CORUNDUM includes very dissimilar minerals, all consisting almost entirely of highly crystalline alumina, namely, - Precious Corundum, or the Sapphire and Ruby, - Common Corundum - and Emery. - The last two are the common abrasives of the Asiatics and Europeans respectively; and all are separately described under their respective heads in this catalogue. 1. - Common Corundum, says Phillips, probably from its texture, has received the name of imperfect Corundum; and from its hardness, and from its occasional pearly lustre, Adamantine Spar: it occurs everywhere from China to Bengal, and is met with of various colours, but more often of a greyish or greenish tint. Corundum is much used in India for Corundum Wheels and Rubbers, the methods of constructing which are described in the following articles: - 2. - Corundum Wheel. - "This kind of lapidaries' wheel is called in the Tamul language Couroundum-sane. It is composed of corundum, more or less finely powdered, cemented together by lac-resin: the proportions, by volume, consisting of two-thirds of powdered corundum, and one-third of lac-resin. The corundum powder is put into an earthen vessel, and heated over a clear fire; and when of a sufficient heat, (which is ascertained by a small piece of the resin readily fusing,) the resin is added in portions, carefully stirring at the time, to form an intimate mixture. When made into a mass, it is put upon a smooth slab of stone, and kneaded by beating it with a pestle; it is then rolled upon a stick, reheated several times, continually kneading it until the mixture is perfectly uniform. It is afterwards separated from the stick, laid again upon a stone table which has been previously covered with very fine corundum powder, and flattened into the form of a wheel by an iron rolling pin. The wheel is then polished by a plate of iron and corundum powder; and finally, a hole is made through the middle of it by a heated rod of copper or iron.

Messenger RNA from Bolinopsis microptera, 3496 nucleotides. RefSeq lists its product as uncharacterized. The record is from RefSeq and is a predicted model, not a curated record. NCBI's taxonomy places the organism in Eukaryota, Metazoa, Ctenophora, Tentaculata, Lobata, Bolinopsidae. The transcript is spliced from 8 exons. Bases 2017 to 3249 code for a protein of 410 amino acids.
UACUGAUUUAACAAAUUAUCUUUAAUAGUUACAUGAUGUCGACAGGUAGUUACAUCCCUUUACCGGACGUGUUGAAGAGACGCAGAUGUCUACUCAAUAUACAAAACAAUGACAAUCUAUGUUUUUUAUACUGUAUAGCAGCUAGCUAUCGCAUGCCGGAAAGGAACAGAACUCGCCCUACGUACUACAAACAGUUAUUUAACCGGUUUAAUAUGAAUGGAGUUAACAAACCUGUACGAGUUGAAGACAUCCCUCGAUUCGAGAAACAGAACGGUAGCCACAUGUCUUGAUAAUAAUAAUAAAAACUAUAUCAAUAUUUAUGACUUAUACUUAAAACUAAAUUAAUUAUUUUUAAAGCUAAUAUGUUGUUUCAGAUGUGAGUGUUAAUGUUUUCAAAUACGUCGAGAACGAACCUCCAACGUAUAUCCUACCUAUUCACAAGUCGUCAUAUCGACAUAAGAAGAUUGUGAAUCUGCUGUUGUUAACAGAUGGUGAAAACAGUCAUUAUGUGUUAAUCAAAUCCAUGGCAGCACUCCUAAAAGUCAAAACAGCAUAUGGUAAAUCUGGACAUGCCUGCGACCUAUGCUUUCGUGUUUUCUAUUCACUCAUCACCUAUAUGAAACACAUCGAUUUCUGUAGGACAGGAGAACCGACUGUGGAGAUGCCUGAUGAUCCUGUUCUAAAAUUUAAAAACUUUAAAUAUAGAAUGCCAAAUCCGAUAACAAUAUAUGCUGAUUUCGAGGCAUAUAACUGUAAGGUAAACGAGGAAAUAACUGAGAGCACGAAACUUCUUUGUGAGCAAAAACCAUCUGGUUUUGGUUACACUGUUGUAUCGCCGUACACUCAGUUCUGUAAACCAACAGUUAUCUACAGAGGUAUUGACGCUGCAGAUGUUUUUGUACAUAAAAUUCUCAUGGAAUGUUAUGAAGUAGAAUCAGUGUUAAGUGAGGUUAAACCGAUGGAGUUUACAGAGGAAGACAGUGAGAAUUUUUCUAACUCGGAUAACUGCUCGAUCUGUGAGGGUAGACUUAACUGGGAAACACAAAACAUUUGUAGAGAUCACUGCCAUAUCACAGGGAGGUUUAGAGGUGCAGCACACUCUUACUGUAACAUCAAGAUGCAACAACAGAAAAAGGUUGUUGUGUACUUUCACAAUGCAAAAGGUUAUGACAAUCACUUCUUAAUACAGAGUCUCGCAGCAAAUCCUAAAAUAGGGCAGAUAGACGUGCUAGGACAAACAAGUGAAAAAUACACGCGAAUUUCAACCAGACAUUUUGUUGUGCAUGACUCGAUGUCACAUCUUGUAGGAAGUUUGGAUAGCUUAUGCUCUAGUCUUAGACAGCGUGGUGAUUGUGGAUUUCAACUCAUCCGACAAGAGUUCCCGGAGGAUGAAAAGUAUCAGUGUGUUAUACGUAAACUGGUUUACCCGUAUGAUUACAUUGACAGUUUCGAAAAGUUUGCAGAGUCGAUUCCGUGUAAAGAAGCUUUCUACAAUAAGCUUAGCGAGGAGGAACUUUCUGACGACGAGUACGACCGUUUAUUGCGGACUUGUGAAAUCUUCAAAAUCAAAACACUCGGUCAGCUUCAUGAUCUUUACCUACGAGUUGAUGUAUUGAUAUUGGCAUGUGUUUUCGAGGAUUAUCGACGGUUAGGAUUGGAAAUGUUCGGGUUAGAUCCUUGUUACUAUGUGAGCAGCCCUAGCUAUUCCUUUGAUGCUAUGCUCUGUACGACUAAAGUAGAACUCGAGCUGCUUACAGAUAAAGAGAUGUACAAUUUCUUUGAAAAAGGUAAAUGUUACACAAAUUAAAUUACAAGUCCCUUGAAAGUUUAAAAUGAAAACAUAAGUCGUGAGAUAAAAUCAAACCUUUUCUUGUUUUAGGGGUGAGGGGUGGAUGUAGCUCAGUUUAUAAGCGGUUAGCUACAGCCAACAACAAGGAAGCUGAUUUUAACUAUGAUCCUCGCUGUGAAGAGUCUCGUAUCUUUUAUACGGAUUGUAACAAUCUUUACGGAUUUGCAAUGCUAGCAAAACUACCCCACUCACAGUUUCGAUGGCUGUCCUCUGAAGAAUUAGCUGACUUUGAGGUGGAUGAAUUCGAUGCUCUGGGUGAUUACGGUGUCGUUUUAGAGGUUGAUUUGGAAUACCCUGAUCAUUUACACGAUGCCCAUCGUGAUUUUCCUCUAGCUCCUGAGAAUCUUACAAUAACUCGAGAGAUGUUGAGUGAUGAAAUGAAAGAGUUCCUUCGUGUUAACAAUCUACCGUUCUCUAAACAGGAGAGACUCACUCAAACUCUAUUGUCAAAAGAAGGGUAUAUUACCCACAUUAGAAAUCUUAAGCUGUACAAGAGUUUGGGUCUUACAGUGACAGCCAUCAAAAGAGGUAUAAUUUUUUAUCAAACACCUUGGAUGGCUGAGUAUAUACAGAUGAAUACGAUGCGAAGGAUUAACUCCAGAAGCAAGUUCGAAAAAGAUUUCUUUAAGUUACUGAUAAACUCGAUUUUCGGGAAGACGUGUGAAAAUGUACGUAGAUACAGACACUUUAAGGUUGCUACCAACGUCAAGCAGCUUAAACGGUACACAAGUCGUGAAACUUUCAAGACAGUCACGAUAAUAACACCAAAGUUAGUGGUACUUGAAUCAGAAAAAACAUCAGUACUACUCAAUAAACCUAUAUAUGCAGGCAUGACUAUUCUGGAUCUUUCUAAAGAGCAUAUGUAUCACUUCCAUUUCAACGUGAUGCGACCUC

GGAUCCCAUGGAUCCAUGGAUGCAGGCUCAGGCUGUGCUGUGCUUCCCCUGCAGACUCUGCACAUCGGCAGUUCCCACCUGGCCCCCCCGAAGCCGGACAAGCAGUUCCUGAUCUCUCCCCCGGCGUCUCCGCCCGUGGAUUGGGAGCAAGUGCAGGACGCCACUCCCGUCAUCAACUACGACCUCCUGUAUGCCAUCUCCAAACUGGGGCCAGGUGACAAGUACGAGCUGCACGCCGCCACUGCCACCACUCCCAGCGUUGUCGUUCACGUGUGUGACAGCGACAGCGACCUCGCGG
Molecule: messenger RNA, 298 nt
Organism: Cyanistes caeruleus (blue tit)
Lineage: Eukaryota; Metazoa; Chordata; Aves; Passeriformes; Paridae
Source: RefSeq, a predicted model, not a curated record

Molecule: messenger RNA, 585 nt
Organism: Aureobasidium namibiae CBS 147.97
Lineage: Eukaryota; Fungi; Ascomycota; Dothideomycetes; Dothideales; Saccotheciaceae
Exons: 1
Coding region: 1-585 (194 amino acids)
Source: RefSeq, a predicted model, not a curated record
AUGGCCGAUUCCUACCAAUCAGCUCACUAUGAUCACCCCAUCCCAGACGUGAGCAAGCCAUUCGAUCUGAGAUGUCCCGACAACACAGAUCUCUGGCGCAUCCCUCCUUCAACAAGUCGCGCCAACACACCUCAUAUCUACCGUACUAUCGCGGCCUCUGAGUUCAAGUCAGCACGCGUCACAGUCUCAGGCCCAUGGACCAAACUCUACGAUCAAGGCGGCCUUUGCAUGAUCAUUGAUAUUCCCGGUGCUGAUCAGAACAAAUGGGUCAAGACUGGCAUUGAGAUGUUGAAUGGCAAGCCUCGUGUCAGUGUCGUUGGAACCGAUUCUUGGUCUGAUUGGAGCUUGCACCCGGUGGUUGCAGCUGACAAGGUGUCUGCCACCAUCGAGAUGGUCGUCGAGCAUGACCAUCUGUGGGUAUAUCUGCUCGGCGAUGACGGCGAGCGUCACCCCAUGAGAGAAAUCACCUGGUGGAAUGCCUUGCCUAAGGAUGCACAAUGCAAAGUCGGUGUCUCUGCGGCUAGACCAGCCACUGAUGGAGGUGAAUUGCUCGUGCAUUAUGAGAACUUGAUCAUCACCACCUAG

"These wheels are made with a grain more or less fine, as the coarser perform the first rough work, and the finer cut the stones. They are mounted on a horizontal axis, and the workman, sitting on the ground, makes them revolve with a spring-bow, which he moves with his right hand, at the same time holding the stone with his left against the wheel, the latter being, from time to time, carefully moistened and sprinkled with corundum powder. The polish is given by wheels of lead and very fine corundum powder." 3. - Corundum Rubbers. - "The proportions generally used in making the corundum rubbers are, for the coarse, lac, 8, corundum, 1; for the medium, lac, 12 to 16, and corundum 1, by weight. The fine rubber is made by mixing the grindings of agates, carnelians, and the like, with lac; and as the lapidary's wheels, upon which they are ground are made of corundum and lac also, the grindings must contain a portion of those materials; their proportion, in composition, must vary according to the nature of the stone from which they are ground; but 6 of lac to 1 of grindings, may be considered a good proportion generally.
"The lac is first melted, and the corundum, after it has been reduced to a powder, mixed intimately with it. The composition is then moulded in the shape of a brick about 6 x 4 x1 1/2 inch, with a handle of wood about 6 inches at one end, having a rise of about 30 degrees for the convenience of working it."
Some dentists employ old files thinly coated with a cement of emery and shell lac, in finishing the enamel or mineral teeth. The incorporation of the materials is greatly assisted when the emery or corundum is heated to the melting point of the gum resin.